The population in Finland grew rapidly in the late 1800s and early 1900s. Means of subsistence and circumstances of the rural workers worsened. One opportunity to try to improve circumstances was to migrate. It was counted that altogether c. 280 000 persons migrated to non-European countries, in practice to USA and Canada, during 1881-1914. However, c. 100 000 came back.
Tarja Halonen campaigned with distinct social democratic themes in the presidential elections. She got 53,0 % of the votes in the second round and was elected the first female president of Finland.
In 1954 general elections the main opponent was the Agrarian Party. General Secretary Leskinen formed the winged themes of SDP:”Cross the hegemony of the Agrarian Party” and “Cut short Kekkonen’s way to power”. Urho Kekkonen was the then Prime Minister and the strong man of the Agrarian Party. He became President in 1956 and held the office for 25 years.
The text reads as follows: “Discipline number 1. Damn and blast you red Russki, bloody cadger! By the wall right away! If I don’t kill you, you are sure to kill me! (The words of K, a defender of the fatherland, in Hennala soup queu anno mundi 1918).” The Finnish civil war in 1918 was one of the cruellest and bitterest in western countries. During the war c. 3200 whites and c. 3500 reds were killed. Arbitrary executions were made in both sides: the reds killed c. 1 650 and the whites c. 8400 persons. The final numbers are still unknown.
Coffee advertisement of Cooperative store Elanto. The first cooperative experimentations in Finland can be dated in the 1880s. At the turn of the century consumers’ cooperation gained a steady footing in our country. The first workers’ coop was founded in Tampere. Cooperative Society Elanto was founded in Helsinki in October 1905. In 1916 the Finnish cooperative movement split up ideologically when the progressive people (workers) established their own central organization and the next year own wholesale company OTK. OTK built own industrial plants e.g.
Public entertainment events have been popular meetings and important to the economy of the workers’ associations. The programme usually consisted of a labour-spirited speech, recitation, “serious” music or a play and 1 ½ hours of dancing in the end. The change in leisure-time activities has later on put an end to these kind of entertainments almost entirely.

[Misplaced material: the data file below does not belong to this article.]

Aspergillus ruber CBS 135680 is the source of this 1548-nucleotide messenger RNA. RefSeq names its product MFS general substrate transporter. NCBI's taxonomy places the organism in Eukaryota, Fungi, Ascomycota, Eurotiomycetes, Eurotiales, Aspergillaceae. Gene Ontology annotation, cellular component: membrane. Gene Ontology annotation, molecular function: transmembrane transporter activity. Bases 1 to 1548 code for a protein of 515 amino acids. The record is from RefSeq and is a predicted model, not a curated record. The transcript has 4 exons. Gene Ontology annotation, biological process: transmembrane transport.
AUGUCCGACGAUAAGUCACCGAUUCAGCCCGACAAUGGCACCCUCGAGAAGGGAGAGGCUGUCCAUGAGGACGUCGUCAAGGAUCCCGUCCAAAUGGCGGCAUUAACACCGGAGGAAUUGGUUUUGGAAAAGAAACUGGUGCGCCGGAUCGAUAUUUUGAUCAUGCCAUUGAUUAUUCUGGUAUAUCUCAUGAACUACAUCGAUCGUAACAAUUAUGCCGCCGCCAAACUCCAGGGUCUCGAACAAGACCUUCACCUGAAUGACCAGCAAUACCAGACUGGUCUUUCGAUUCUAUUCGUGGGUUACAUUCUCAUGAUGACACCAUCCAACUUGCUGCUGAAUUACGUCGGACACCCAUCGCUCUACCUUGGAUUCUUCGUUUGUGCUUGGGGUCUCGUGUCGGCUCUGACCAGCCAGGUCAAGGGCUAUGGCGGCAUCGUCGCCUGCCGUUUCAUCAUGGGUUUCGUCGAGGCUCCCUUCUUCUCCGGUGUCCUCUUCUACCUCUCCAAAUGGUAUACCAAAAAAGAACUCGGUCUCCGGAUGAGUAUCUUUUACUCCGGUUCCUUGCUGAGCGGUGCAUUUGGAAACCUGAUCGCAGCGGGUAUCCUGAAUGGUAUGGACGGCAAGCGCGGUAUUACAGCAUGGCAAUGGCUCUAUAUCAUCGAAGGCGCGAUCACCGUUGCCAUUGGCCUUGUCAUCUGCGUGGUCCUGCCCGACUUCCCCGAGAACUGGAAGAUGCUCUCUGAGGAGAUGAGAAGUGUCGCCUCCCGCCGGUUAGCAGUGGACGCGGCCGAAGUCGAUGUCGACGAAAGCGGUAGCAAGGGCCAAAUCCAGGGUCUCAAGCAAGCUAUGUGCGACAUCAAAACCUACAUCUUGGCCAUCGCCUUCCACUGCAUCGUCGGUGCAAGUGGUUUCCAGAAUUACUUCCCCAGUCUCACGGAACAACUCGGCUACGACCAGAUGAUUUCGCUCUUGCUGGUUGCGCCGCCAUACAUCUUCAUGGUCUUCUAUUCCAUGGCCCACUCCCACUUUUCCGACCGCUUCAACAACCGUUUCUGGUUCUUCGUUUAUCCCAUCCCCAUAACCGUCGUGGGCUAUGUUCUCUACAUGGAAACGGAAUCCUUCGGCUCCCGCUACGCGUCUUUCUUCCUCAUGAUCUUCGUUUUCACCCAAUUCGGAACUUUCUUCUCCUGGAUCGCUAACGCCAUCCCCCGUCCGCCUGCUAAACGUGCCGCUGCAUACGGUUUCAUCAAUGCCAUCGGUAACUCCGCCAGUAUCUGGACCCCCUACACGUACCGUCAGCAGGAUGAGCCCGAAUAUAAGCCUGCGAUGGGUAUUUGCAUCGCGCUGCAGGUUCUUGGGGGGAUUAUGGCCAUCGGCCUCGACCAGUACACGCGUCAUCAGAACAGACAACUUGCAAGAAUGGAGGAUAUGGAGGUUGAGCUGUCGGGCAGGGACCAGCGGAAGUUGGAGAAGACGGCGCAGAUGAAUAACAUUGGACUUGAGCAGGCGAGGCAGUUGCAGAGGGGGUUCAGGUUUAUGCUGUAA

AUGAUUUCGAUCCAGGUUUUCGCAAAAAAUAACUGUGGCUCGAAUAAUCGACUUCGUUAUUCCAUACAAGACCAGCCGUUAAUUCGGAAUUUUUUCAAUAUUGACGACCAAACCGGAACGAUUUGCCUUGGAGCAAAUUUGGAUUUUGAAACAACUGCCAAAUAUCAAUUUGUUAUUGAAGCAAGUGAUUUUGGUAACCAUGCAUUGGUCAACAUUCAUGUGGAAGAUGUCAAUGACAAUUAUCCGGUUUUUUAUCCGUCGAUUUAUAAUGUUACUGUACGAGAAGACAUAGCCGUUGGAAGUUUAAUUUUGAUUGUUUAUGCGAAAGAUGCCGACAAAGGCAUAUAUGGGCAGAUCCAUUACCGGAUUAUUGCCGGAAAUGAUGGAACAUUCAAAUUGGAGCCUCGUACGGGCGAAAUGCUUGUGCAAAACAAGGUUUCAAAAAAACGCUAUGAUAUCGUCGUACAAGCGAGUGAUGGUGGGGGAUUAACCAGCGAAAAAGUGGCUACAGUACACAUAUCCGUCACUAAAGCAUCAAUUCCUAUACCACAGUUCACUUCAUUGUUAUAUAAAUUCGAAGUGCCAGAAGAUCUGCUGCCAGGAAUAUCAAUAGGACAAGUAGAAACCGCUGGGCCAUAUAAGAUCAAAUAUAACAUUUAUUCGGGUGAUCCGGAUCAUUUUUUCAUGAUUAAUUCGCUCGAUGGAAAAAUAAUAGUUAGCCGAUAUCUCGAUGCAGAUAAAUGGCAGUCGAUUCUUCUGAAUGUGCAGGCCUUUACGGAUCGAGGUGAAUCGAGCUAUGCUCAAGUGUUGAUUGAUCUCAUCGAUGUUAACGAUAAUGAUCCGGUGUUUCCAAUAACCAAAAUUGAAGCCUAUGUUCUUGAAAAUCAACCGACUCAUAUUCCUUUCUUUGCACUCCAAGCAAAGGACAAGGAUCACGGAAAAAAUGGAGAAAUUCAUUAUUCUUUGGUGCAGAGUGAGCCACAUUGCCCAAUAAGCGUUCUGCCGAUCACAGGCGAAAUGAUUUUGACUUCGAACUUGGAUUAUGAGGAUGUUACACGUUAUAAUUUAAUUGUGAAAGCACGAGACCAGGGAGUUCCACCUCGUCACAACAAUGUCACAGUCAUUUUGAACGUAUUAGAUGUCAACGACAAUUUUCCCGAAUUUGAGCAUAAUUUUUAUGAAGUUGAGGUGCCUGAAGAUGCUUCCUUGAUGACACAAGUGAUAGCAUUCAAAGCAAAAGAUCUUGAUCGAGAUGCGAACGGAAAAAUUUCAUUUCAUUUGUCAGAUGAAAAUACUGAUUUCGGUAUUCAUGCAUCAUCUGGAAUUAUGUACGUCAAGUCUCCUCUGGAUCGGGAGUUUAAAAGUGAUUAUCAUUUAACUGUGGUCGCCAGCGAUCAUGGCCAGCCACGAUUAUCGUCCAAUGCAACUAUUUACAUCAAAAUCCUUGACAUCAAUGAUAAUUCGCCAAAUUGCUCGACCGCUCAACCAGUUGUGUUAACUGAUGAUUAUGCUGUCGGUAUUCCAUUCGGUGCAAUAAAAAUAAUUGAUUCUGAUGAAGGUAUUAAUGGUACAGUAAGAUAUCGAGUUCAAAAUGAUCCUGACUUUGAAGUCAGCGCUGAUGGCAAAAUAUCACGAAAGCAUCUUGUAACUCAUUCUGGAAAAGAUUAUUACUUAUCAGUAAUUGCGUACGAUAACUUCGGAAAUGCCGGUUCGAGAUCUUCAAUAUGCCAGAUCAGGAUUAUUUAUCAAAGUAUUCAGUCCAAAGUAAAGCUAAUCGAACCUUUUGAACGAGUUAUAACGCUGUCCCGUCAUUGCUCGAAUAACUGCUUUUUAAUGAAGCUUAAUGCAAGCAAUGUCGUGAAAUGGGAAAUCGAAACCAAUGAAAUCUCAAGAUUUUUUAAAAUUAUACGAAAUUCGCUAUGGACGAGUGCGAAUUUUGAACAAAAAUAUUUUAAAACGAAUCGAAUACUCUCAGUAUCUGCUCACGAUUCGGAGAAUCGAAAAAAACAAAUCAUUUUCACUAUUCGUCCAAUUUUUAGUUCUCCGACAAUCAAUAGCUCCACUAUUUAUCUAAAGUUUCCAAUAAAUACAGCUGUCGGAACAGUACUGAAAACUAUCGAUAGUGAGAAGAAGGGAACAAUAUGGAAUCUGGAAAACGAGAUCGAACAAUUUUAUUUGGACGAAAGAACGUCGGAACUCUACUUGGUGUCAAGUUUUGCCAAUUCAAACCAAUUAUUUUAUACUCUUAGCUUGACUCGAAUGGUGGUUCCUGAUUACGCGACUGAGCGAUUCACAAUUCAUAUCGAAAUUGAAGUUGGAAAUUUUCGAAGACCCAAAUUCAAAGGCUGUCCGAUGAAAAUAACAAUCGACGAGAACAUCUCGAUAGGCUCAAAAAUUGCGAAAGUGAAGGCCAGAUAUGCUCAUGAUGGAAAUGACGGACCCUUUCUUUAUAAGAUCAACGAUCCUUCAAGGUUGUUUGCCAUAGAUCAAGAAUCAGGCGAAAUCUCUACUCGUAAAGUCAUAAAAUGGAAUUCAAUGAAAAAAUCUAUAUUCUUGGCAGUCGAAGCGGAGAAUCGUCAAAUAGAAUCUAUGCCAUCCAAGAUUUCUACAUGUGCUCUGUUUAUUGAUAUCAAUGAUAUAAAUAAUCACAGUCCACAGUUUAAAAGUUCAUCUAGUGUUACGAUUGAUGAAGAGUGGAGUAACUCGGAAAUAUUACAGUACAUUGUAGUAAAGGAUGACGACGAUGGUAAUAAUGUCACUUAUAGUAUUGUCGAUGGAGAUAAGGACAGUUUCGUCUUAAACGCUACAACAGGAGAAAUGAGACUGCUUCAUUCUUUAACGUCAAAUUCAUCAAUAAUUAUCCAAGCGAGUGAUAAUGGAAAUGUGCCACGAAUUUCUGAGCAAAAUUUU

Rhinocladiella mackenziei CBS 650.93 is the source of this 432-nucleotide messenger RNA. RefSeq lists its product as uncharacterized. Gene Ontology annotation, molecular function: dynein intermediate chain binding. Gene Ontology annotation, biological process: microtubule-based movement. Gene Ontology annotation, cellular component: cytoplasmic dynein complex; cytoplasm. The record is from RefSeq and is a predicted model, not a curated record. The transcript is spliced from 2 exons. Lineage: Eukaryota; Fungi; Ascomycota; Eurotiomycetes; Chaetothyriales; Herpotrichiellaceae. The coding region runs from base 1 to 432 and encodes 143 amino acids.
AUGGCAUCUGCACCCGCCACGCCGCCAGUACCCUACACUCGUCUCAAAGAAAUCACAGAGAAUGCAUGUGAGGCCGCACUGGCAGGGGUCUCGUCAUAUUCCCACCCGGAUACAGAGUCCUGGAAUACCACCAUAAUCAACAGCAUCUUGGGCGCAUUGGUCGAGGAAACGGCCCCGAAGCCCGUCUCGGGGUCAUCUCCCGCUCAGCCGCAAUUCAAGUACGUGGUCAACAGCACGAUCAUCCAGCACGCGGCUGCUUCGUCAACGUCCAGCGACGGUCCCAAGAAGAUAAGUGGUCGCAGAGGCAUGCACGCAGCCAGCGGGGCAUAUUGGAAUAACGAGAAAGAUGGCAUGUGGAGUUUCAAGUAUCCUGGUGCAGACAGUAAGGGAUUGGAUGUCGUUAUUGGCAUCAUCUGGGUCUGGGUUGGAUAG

The first national trade union in Finland was founded by bookworkers in 1894. Socialist ideas were little by little spread among the labour movement and proletarian radicalism was strengthened especially in bigger towns. At the turn of the century for instance bookworkers, tailors, joiners, masons, metal workers, carpenters and painters had held national meetings and established trade unions.
The Finnish Labour Party was established in Turku in July 17 through 20 under socialists’ lead and bourgeois people withdrew. In 1903 the party adopted a socialist programme and was re-named the Finnish Social Democratic Party. In the foreground sitting on an arm-chair is the chairman of the Swedish Social Democratic Labour Party, the chief editor of the newspaper “Social-Demokraten” Hjalmar Branting. Behind the table sits the chairman of the meeting and the first chairman of the Finnish party N. R.
It appears from the first article of the minutes that already on the 3rd of March people had gathered in order to pursue the case on the initiative of manufacturer V. J. von Wright. Then the case was to found a craftsmen’s association but the 3rd of May meeting in 1883 is already called a meeting of workers’ association. At this phase the idea was cooperation between employers and employees and the raising of the educational level of workers. The objective of employers was to prevent the spreading of socialism to Finland.
The Finnish economy had a severe setback in the beginning of the 1990's. The construction workers were the first to suffer the consequencies of the recession. When the building sites for the people ceased to be, they put up a campaign 'Let's build houses, at least for the birds'.